Republican senators have made it very clear that they are done extending the jobless benefits. So much so that in the last relief package they insisted the current unemployment insurance be phased out slowly over the course of a month, instead of all at once. The extra $300 stops on March 14, but workers already receiving benefits from federal programs for gig workers and the long-term jobless can continue until the week of April 5.
Without a harsh cutoff to worry about, Republicans were hoping there would be less pressure to act so December’s extension would be the last round of funding for unemployment insurance.
Democrats have a different idea, however. Sen. Ron Wyden (D-Ore.), who was key in negotiating the first round of unemployment benefits passed in March — which gave $600 per week to the jobless for four months — wants to tie the program to the economy.
“My starting point here is going to be my legislation that would reinstate the full $600 weekly and tie additional weeks of benefits and the program for gig workers to economic conditions,” Wyden said in a statement to HuffPost. “There’s so much work to do, and the Senate can’t be revisiting economic relief every two or three months. Robust jobless benefits paired with additional relief payments will help millions of struggling families survive until the end of this crisis.”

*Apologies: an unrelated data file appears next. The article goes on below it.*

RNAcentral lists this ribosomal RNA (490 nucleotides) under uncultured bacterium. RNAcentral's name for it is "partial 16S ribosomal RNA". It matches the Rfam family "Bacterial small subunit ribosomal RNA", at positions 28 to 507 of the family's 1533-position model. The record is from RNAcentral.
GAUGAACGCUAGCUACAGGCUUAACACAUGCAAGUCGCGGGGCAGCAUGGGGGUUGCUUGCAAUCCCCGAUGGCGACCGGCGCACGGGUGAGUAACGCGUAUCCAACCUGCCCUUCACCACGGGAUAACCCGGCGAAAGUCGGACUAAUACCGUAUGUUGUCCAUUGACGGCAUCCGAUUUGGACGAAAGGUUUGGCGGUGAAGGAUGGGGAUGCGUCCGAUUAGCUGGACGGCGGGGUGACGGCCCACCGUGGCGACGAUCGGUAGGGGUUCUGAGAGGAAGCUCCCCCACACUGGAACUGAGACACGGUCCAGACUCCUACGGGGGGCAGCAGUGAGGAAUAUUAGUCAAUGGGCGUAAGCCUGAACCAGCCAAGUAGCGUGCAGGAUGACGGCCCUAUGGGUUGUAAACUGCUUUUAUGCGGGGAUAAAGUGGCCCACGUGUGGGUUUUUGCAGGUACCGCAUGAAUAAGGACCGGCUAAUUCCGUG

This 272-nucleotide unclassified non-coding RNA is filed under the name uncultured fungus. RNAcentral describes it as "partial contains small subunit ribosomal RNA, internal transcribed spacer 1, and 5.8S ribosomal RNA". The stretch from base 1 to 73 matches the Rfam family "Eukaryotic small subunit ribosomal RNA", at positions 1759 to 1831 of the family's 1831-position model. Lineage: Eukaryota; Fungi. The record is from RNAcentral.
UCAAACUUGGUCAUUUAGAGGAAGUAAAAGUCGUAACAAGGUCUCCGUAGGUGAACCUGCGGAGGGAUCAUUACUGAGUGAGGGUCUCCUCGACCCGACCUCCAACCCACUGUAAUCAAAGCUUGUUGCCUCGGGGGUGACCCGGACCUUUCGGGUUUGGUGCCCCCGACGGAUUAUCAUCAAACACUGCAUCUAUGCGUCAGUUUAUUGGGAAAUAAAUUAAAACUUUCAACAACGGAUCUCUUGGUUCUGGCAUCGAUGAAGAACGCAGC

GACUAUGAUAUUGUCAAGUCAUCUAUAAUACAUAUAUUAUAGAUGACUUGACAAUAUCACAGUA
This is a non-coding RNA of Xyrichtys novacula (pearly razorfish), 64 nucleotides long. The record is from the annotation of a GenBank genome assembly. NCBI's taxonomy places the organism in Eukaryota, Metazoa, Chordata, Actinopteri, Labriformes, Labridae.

Wyden has a proposal with Democratic Sens. Sherrod Brown (Ohio), Michael Bennet (Colo.), Chuck Schumer (N.Y.) and Jack Reed (R.I.) that would retroactively extend benefits of $600 per week through October 2021, and ensure Americans can continue to receive benefits as long as the three-month unemployment figures are above 5.5%.
Democrats — who have only 50 votes in the Senate and Vice President-elect Kamala Harris as the tie-breaking vote — could avoid having to whittle down their proposal in order to win over nine Republicans by going through the budget reconciliation process.
There are some Republicans more open to COVID-19 relief, including Sens. Susan Collins (R-Maine), Bill Cassidy (R-La.) and Lisa Murkowski (R-Alaska), who worked with Democrats on an early version of the aid package that just passed. But there’s very little appetite among Republican leadership and the broader caucus. Failing to pass additional relief could leave millions of unemployed Americans in the lurch come March.